Resolution of Top Down with Bottom Up Estimates of Gas Field Methane Leakage

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Wednesday, 7 January 2015
W.F.J. Evans, North West Research Associates, Redmond, WA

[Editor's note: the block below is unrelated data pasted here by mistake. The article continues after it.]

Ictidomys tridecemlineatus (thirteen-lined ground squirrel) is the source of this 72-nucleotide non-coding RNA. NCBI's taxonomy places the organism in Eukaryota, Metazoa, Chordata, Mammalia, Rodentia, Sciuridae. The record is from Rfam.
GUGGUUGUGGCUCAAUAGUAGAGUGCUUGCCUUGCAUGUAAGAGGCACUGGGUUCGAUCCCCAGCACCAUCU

In situ engineering measurements of natural gas well sites indicate leakage rates with a mean rate of 1.5% of the gas production rate from individual wells. These have been made at several gas basins using in situ measurements. These in situ engineering measurements are reported as the fugitive emission rates to the UNCCC by the EPA. On the other hand, atmospheric measurements at altitudes above the surface by several atmospheric groups indicate that gas fields are leaking at an average rate of over 9 %. Papers have been published in several highly reputable journals by government and university scientists. Both groups have been criticizing the methodologies of the opposite group. We propose that a more likely explanation is that both groups are correct. Although this appears as a direct conflict with one group on each side, a careful analysis shows that the two groups are measuring different air parcels. This is the only explanation which will explain the apparent conflicting situation. This can be understood if the basins in which the wells are sited are actually leaking from the bed rock formations in which the wells are drilled. If the geology of the natural gas basins is examined in detail, then the situation becomes understandable. Many basins contain gas in fault traps. These faults often leak, particularly if there is a small earthquake. The leaks can follow tilted layers, resulting in vertical transport of gas along the slanted layer cracks. This leakage may emerge into the atmosphere at large distances from the actual gas well under measurement. Fracking can obviously increase the leakage from a valley gas field. The methane leaks could alter the budgets of greenhouse gases reported by various gas producing countries by significant amounts. The potential increases and altered budgets for various countries as reported to the UNCCC are estimated and reported in this presentation. The fraction of these unreported leaks which should be reported will have to wait for the development of appropriate methodologies to determine how much of the observed leakage is natural and how much is due to natural gas exploitation.